What Apple Is Promising With The New MacBooks And Its Smartphone-Derived Silicon

By Patrick Moorhead - November 23, 2020

As I reported in June, Apple announced at its WWDC that it is moving the Mac lineup of PCs from Intel processors to its own home-grown mobile SoCs. The company says it will manage a multi-year transition from Intel-based systems over two years, and it will leverage its Bionic line of IP for its new designs. This Tuesday, Apple will announce new Macs with the new smartphone-derived processors, and I thought it made sense to review what the company said it would deliver during WWDC to prepare for the event. I watched the event a few times and even transcribed the contents. Here are my highlights of what Apple promised.

Claim #1: overall “whole new level of performance”

Apple said that for the new Macs, by using its smartphone-derived Apple silicon, “the first thing this will do is give them a whole new level of performance.” This claim isn’t about performance per watt; it is flat out performance. I think when someone thinks of performance, they think of the highest levels of software performance. To me, this means Apple’s new Macs will have higher performance than its highest-performing MacBook Pro, currently the $2,799 MacBook Pro with a 9th Gen, eight-core, 16-thread, Intel Core i9 processor with a boost up to 4.8GHz. That model also has a discrete AMD Radeon Pro 5500M with 4G DDR4 memory. 

A fairer comparison will be how the new Apple silicon performs with Intel’s latest 10th Gen Tiger Lake silicon with the latest-gen discrete notebook card from AMD or NVIDIA. Given the overhead Apple will need for Rosetta 2 emulation, this will be interesting to watch.

Pro tip- don’t pay attention to any GeekBench scores that may be claimed by Apple or pundits. GeekBench is 100% synthetic. Wait for application-based benchmarks or routines to give the real, not a fake, artificial story. 

Claim #2: “whole new level of graphics performance”

Apple said that for the new Macs, by using its smartphone-derived Apple silicon, “our high-performance GPU is going to bring a whole new level of graphics performance to every Mac, making them even better for your applications and really great for games.”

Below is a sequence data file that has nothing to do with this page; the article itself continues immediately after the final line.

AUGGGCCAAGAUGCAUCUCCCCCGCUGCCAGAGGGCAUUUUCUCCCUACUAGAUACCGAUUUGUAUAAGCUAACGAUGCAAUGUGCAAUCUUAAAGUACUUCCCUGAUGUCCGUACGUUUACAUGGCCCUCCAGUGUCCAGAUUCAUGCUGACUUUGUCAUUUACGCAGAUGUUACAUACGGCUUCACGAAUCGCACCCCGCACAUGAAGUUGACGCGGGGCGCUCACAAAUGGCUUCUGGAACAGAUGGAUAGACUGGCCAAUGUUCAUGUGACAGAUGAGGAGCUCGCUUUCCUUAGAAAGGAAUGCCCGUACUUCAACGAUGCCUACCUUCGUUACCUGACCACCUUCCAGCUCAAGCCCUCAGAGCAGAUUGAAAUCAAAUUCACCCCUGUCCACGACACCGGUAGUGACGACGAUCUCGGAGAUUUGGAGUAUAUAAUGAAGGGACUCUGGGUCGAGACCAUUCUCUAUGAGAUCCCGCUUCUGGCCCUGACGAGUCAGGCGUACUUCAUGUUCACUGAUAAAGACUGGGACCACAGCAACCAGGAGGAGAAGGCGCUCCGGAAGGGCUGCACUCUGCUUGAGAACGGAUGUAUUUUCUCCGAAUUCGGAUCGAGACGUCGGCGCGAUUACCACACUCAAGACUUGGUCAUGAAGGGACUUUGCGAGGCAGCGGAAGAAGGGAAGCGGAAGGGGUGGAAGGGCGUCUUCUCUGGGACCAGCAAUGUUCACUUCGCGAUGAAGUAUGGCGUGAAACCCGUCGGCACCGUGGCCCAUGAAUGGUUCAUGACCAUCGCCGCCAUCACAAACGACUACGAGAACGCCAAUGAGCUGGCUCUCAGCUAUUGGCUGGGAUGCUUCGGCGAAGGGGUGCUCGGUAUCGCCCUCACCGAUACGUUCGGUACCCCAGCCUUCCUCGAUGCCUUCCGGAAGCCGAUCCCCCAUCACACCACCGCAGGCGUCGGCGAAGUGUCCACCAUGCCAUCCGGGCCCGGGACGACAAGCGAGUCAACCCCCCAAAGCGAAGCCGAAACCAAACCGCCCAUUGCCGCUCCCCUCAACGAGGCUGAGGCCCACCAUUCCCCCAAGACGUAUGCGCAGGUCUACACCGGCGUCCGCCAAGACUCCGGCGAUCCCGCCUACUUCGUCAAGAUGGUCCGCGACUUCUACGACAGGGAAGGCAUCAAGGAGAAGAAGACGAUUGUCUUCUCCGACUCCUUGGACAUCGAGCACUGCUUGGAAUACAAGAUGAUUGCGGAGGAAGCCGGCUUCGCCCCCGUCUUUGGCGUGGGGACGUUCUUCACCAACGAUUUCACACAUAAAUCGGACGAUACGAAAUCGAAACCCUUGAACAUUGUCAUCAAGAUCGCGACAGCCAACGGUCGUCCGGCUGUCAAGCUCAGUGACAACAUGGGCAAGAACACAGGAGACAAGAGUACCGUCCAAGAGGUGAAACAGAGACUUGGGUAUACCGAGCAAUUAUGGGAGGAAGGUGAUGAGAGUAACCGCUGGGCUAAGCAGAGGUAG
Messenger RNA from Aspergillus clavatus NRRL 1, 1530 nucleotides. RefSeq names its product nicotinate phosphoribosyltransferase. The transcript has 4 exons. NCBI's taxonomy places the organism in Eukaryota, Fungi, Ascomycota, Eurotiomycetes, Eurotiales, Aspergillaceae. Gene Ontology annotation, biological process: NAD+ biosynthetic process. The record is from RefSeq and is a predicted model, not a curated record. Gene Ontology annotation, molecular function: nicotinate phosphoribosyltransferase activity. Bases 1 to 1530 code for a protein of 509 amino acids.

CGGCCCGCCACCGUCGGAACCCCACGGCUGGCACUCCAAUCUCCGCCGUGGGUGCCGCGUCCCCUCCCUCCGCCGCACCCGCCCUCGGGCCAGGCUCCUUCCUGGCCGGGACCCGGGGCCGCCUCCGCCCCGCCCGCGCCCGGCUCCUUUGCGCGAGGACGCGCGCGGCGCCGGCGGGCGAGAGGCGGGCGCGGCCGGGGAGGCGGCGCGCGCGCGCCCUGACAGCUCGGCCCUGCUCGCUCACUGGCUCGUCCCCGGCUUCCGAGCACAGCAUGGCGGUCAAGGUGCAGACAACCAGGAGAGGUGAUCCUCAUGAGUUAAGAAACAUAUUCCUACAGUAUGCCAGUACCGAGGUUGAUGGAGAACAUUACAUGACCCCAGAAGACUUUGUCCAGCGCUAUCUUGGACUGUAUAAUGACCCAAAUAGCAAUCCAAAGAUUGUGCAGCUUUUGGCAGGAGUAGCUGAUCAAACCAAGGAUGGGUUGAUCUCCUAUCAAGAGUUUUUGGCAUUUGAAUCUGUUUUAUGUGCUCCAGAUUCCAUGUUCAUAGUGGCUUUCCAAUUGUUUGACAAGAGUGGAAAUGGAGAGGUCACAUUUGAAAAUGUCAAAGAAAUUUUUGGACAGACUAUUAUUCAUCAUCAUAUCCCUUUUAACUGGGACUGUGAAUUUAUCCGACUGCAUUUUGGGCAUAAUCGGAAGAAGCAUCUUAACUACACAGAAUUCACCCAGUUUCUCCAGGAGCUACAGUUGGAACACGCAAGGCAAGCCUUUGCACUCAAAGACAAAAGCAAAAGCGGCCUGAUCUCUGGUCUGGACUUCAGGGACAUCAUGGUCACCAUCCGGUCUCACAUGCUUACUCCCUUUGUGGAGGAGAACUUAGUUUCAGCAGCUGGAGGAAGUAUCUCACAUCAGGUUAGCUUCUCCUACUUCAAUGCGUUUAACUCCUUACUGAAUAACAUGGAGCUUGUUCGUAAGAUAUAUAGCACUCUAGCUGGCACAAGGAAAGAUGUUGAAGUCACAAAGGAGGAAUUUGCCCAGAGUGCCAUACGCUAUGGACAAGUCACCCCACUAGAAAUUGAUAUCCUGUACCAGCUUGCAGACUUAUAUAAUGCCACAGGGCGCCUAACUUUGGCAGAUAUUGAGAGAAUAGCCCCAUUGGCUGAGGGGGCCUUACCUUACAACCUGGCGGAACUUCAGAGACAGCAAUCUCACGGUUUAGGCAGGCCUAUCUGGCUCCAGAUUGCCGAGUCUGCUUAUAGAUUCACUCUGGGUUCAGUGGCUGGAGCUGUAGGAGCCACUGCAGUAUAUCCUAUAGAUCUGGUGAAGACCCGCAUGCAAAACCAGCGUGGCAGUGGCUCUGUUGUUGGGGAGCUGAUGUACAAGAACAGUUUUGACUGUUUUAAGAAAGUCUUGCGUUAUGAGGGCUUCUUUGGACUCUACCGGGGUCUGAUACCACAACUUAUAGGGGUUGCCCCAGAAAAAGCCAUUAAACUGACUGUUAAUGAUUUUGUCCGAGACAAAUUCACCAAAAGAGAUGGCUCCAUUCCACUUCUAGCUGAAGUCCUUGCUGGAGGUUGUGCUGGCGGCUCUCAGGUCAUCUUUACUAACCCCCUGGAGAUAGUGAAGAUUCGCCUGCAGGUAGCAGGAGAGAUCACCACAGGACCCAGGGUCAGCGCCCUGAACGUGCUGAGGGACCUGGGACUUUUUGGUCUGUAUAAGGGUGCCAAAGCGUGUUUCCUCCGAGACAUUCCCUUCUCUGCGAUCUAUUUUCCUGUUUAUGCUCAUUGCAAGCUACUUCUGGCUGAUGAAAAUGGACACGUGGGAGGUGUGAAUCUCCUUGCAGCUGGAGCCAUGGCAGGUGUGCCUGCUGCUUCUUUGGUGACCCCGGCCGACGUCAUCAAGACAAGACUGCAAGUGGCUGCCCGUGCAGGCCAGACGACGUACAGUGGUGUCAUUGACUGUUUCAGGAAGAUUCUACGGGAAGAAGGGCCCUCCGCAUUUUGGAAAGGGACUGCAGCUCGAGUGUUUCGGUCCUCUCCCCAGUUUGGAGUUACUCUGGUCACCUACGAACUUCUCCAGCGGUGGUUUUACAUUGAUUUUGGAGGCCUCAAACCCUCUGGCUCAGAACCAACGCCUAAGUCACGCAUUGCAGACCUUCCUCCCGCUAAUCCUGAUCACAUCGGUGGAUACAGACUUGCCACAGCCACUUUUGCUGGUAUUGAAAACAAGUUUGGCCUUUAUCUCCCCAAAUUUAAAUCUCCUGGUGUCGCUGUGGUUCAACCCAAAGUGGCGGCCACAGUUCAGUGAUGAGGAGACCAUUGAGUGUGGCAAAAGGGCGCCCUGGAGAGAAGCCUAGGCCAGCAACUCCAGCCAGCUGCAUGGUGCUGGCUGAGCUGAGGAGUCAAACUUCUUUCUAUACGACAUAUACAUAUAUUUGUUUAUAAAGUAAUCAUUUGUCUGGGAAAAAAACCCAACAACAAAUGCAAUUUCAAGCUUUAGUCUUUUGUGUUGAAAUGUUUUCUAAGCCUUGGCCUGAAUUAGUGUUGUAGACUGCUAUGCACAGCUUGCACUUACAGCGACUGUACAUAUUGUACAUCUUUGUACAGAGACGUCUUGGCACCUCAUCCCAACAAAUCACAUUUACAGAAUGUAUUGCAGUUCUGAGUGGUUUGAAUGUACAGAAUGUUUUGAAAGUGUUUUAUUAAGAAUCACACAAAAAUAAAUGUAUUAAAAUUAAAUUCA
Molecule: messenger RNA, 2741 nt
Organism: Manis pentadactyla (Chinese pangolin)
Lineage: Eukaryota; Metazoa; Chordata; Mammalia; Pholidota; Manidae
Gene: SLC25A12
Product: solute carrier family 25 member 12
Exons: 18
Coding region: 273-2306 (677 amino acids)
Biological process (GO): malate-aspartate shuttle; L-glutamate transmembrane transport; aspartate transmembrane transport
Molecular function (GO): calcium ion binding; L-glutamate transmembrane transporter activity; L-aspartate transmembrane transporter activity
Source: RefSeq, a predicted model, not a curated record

To me, this is saying that it will outperform AMD Radeon discrete GPU performance on AAA games. Even fairer would be a comparison to today’s best crop of discrete GPUs from NVIDIA and AMD. Will Apple’s new GPUs support ray tracing or DLSS? Again, this will be very interesting to watch. I have my intense doubts.

Claim #3: emulated X86 high-end AAA games will work “amazingly” 

Apple said that for the new Macs, by using its smartphone-derived Apple silicon and Rosetta 2, “it also works, amazing with games, I can even use a game controller, this shadow of the Tomb Raider a high-end AAA game.” Apple showed off Tomb Raider at 1080P resolution and said, “so follow the path, you can see the game is responsive. It’s smooth.” This claim may be the biggest one of all, and I do not think it will be reality on Tuesday. Games are very tricky and have hard-coded optimizations for graphics to get every last ounce of experience out of them. 

Claim #4: “amazing” performance for the most complex workstation apps under emulation 

Apple said that for the new Macs, by using its smartphone-derived Apple silicon and Rosetta 2, “It even handles the most complex pro apps and their plugins. Rosetta 2 is transparent to users, and the performance is amazing.” Apple showed many examples of workstation apps working great under emulation. This means that every workstation and the professional app will work, even X86 pro workstation apps will run great. This seems very hard to me, more challenging than the games above. 

Claim #5: easy transition for consumers and developers